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There's always a catch

Alaska pollock could be the next big NGO target – does it deserve to be?

Every time things seem to settle down in the Alaska pollock sector, something crazy happens.

The “will they, won’t they” saga of the Russian pollock fishery’s bid for Marine Stewardship Council (MSC) seemed to put that issue to bed, but just last month, we reported that the story continues.

The market trauma of the Russian seafood ban seemed to largely have settled down – just in time for Russia to start offering subsidies for companies that keep their product in-country. China turned around and put food safety restrictions on imports from the country that seemed aimed at locking suppliers out.

Then, just after an industry-friendly executive takes over as the head of the MSC, Greenpeace takes action on an issue it’s been waiting to pounce on for years: the Bering Sea’s Canyons.

The fragility of the Bering Seafloor is not an unknown to the North Pacific Fishery Management Council (NPFMC), which regulates the Bering Sea harvest. The council has considered stakeholder input on closure of the areas for years, but no scientific data has so far compelled them to act, though research is ongoing.

The council process – lauded around the world as one of the most effective fisheries management practices ever developed – gives any legitimate stakeholders with an interest in the North Pacific the opportunity to give input into decisions on the harvesting of the vast waters off the coast of Alaska. It’s a deliberately long, data-driven process to make changes in management, but maintaining the sustainability of the fishery requires that kind of careful consideration.

But for Greenpeace Senior Oceans Campaigner Jackie Dragon, who told me she has brought up the canyons issue repeatedly with council members, things aren’t moving fast enough.

So last month, her group launched a rather odd campaign – one that has a dual strategy of both putting heat on the retailers, and advertising directly to the Seattle-based harvesters that target pollock in the disputed area.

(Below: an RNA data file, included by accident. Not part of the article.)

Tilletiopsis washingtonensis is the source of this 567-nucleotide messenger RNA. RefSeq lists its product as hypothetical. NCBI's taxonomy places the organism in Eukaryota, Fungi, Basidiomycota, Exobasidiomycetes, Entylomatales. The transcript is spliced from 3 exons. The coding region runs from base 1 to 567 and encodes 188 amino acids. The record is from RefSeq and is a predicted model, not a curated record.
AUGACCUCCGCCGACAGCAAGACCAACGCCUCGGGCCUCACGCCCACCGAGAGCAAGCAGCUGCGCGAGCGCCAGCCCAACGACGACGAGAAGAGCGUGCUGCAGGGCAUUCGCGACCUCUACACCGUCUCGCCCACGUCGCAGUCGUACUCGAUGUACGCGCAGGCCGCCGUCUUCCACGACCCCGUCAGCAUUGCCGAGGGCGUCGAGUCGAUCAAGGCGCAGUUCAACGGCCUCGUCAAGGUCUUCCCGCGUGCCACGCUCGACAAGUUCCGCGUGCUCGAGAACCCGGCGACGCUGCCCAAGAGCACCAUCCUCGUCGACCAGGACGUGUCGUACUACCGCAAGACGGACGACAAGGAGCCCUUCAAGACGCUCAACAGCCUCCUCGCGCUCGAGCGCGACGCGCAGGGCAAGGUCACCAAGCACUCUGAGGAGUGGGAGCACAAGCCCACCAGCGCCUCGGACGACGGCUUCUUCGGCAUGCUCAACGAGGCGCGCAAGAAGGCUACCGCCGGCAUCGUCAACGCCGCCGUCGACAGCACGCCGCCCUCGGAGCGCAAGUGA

The advertising posters and billboards – one of which hangs near the Ballard Bridge near the headquarters of many of Seattle’s largest seafood companies – carry the message “Bring balance to the Bering Sea.”

The retail side of the campaign, aimed first at Costco, Target and Albertson’s, is simple: “Don’t sell seafood that can impact America’s Grand Canyons of the sea,” Dragon said.

Though Dragon said this campaign is different – Greenpeace is pushing a message of partnership, she noted – the longer I spoke with her, the more I was convinced that we’re on the cusp of a standard, headline-grabbing “target the retailer” campaign.

“We think the council members will hear us better when companies where people buy their seafood stand with us,” Dragon said, which doesn’t so much sound like a message of friendship, it sounds more like a threat.

“It’s disappointing to see the Alaska catching sector continue to refuse to supply fish that’s not harvested in the canyons."

I pointed out that even if retailers did tell Alaska pollock suppliers they wouldn’t buy pollock harvested from the canyons, separating the non-canyon hauls from the rest of the harvests in the Bering Sea would be a challenge, if not an impossibility. At this, Dragon became agitated (and more than a little condescending).

“You don’t think in this day and age these companies can do that?” she snapped.

The volume of pollock harvested in the canyons, according to Dragon, is around 4 percent – to Greenpeace, it's an insignificant volume, but to the global whitefish sector, a sizeable enough amount.

Much of the basis for the campaign was a 2007 underwater survey by Greenpeace, during which it collected samples from the canyon floors, even discovering a new species of sponge (yeah, right).

Outside of Greenpeace, though, there aren’t a lot of prominent fisheries scientists familiar with the Bering Sea calling for a closure of the canyons.

In fact, Ray Hilborn, a professor at the University of Washington School of Aquatic and Fishery Sciences, wrote a letter this week to the editors of The Seattle Times responding to a guest article written by, along with two other authors, Sylvia Earle.

“While it is true that the oceans are threatened in many ways, the Bering Sea is not threatened at all by fishing, and is in fact one of the best managed fisheries in the world with annual harvests well below scientific advice on what is sustainable,” Hilborn wrote.

“NOAA research has shown there is nothing unique about the flora and fauna of these canyons, and they are not heavily fished.”

Around 30 percent of the Bering Sea is affected by bottom trawling, he wrote.

The real threats, Hilborn notes, are ocean acidification, pollution, land-based runoff and IUU.

“Closing sections of the Bering Sea to fishing will have no impact on any of these,” he wrote.

So with a complete closure of the canyons unlikely, particularly if NOAA science doesn’t indicate it’s necessary, what is Greenpeace’s next move? Although Dragon insists this is not about direct action, I don’t buy it. And when I asked her to give details on the next step of the campaign, she declined to do so.

“I’m not privy to share details,” Dragon said. “I’m the kind of person who doesn’t like to know what my Christmas presents are.”

I pointed out it’s pretty hypocritical to demand transparency from seafood companies and regulators while hiding your own agenda, particularly when you’re claiming you’re looking for partnership.

But there’s always a catch.